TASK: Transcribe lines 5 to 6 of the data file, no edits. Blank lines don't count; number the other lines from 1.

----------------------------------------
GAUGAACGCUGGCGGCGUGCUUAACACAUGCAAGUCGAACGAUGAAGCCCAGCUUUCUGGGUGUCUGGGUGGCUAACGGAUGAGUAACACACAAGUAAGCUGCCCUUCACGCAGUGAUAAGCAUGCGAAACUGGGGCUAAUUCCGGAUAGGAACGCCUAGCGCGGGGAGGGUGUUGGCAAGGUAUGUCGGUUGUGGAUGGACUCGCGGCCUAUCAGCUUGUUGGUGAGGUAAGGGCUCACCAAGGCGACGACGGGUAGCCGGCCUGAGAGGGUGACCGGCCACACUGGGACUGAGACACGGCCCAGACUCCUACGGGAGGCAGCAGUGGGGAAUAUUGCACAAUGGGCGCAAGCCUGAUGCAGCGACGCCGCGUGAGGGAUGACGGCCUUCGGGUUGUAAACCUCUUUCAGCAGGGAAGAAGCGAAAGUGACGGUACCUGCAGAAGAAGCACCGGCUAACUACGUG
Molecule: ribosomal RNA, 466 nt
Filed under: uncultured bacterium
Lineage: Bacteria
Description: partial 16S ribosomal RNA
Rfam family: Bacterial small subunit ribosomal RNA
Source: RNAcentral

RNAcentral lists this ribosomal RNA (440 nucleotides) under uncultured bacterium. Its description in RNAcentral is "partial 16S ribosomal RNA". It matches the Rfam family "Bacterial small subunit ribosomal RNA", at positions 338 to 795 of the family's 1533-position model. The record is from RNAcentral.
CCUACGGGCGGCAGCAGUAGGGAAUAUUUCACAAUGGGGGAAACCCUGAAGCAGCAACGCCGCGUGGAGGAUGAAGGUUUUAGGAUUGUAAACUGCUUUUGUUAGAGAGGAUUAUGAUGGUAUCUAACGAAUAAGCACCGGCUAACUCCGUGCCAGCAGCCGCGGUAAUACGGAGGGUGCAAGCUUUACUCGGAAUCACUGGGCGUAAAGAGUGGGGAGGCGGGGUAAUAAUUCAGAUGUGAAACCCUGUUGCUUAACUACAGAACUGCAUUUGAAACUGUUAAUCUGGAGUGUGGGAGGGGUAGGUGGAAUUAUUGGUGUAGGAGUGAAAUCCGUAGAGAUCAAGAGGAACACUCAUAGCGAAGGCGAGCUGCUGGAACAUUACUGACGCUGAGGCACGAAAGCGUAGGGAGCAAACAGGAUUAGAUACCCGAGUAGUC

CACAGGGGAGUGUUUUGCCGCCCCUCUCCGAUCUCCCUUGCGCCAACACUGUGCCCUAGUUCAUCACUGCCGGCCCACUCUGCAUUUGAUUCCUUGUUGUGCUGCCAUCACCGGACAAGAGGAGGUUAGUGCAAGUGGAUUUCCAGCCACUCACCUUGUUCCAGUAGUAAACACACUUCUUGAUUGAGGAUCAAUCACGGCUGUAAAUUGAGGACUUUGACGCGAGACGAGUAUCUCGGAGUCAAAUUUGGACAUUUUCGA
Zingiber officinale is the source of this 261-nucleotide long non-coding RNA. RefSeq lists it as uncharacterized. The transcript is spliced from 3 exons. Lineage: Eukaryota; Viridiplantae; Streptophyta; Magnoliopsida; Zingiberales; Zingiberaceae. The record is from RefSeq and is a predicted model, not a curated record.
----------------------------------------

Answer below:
Description: partial 16S ribosomal RNA
Rfam family: Bacterial small subunit ribosomal RNA